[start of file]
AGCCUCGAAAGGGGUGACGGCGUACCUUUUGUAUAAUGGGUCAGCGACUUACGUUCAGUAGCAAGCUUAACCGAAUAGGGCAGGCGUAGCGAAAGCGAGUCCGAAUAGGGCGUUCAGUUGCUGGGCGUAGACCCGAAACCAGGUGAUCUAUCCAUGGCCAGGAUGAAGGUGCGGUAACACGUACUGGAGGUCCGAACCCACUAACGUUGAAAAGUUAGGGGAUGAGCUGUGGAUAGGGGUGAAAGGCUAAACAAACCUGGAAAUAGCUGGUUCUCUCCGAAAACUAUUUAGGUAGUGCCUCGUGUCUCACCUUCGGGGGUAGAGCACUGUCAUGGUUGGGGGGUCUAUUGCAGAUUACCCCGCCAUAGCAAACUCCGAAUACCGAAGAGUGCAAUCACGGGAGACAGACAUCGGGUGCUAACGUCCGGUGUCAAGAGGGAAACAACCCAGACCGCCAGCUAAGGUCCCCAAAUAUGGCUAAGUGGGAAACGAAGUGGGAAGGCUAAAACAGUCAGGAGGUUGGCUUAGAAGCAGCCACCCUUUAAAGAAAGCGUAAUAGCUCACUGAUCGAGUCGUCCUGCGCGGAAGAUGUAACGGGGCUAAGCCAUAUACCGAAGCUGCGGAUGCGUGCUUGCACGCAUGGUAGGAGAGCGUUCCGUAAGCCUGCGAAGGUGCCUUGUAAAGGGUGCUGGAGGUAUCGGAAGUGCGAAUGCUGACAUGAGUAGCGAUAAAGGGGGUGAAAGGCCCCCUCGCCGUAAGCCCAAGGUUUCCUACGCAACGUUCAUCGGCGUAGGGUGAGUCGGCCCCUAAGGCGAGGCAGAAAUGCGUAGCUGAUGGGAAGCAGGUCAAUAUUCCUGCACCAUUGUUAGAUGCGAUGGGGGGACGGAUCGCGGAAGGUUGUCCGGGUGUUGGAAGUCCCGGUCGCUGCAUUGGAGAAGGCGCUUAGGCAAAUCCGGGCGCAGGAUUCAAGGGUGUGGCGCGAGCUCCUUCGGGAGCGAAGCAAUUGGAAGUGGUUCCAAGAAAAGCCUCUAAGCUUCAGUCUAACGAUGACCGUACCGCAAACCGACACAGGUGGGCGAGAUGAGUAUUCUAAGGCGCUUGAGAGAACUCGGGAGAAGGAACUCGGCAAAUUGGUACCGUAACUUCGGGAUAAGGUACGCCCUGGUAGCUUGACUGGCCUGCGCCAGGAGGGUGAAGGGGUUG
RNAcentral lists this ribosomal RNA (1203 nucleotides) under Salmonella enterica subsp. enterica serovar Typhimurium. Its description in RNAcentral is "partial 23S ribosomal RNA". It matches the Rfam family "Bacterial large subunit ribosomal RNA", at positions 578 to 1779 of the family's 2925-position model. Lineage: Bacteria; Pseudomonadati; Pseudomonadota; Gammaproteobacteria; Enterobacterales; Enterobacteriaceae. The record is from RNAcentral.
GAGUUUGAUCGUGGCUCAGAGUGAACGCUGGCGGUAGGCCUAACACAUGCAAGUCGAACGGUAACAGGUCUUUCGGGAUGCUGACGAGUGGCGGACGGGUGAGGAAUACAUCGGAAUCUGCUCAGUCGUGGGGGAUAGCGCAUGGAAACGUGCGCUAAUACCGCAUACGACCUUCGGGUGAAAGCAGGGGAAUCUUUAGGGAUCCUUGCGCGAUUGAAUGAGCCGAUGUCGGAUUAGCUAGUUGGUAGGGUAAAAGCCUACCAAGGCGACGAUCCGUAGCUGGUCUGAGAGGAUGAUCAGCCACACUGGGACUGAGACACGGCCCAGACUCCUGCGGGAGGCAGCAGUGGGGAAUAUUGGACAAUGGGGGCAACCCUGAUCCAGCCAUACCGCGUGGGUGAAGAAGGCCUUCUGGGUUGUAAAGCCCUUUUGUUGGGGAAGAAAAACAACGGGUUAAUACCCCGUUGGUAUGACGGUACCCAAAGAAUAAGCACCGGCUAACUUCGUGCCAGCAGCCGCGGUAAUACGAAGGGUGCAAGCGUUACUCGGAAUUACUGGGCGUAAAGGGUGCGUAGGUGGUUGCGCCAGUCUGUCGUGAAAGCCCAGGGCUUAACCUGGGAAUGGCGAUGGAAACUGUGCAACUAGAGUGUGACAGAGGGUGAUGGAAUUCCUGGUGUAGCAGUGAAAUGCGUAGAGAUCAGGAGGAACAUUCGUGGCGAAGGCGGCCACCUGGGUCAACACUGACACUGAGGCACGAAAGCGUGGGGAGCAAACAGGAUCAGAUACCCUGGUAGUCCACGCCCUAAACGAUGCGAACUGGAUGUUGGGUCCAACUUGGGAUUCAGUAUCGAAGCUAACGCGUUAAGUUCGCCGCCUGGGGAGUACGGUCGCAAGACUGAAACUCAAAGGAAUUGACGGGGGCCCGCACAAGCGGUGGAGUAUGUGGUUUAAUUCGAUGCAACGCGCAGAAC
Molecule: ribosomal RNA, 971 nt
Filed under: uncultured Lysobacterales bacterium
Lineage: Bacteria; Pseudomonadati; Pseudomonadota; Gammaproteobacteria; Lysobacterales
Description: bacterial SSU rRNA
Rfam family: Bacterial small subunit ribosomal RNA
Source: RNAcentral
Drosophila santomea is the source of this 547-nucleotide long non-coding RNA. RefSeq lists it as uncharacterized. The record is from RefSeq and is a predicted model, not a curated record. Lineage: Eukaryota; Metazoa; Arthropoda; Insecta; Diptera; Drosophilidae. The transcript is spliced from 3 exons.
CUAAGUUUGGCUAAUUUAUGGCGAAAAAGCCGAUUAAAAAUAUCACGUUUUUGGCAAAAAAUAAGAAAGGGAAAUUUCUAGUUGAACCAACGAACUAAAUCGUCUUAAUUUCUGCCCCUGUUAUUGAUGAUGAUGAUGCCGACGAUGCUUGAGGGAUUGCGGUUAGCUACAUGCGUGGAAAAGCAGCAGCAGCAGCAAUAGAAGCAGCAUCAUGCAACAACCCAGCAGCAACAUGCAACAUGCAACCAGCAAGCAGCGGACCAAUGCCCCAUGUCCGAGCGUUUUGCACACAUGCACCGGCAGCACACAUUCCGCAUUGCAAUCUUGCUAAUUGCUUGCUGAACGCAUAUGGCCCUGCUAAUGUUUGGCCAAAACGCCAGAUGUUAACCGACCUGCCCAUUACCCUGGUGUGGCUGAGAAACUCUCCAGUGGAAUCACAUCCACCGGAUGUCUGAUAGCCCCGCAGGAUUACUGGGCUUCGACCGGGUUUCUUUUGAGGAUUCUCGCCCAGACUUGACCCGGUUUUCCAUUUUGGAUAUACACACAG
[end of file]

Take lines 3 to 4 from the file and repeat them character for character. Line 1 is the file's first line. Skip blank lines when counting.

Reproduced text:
GAGUUUGAUCGUGGCUCAGAGUGAACGCUGGCGGUAGGCCUAACACAUGCAAGUCGAACGGUAACAGGUCUUUCGGGAUGCUGACGAGUGGCGGACGGGUGAGGAAUACAUCGGAAUCUGCUCAGUCGUGGGGGAUAGCGCAUGGAAACGUGCGCUAAUACCGCAUACGACCUUCGGGUGAAAGCAGGGGAAUCUUUAGGGAUCCUUGCGCGAUUGAAUGAGCCGAUGUCGGAUUAGCUAGUUGGUAGGGUAAAAGCCUACCAAGGCGACGAUCCGUAGCUGGUCUGAGAGGAUGAUCAGCCACACUGGGACUGAGACACGGCCCAGACUCCUGCGGGAGGCAGCAGUGGGGAAUAUUGGACAAUGGGGGCAACCCUGAUCCAGCCAUACCGCGUGGGUGAAGAAGGCCUUCUGGGUUGUAAAGCCCUUUUGUUGGGGAAGAAAAACAACGGGUUAAUACCCCGUUGGUAUGACGGUACCCAAAGAAUAAGCACCGGCUAACUUCGUGCCAGCAGCCGCGGUAAUACGAAGGGUGCAAGCGUUACUCGGAAUUACUGGGCGUAAAGGGUGCGUAGGUGGUUGCGCCAGUCUGUCGUGAAAGCCCAGGGCUUAACCUGGGAAUGGCGAUGGAAACUGUGCAACUAGAGUGUGACAGAGGGUGAUGGAAUUCCUGGUGUAGCAGUGAAAUGCGUAGAGAUCAGGAGGAACAUUCGUGGCGAAGGCGGCCACCUGGGUCAACACUGACACUGAGGCACGAAAGCGUGGGGAGCAAACAGGAUCAGAUACCCUGGUAGUCCACGCCCUAAACGAUGCGAACUGGAUGUUGGGUCCAACUUGGGAUUCAGUAUCGAAGCUAACGCGUUAAGUUCGCCGCCUGGGGAGUACGGUCGCAAGACUGAAACUCAAAGGAAUUGACGGGGGCCCGCACAAGCGGUGGAGUAUGUGGUUUAAUUCGAUGCAACGCGCAGAAC
Molecule: ribosomal RNA, 971 nt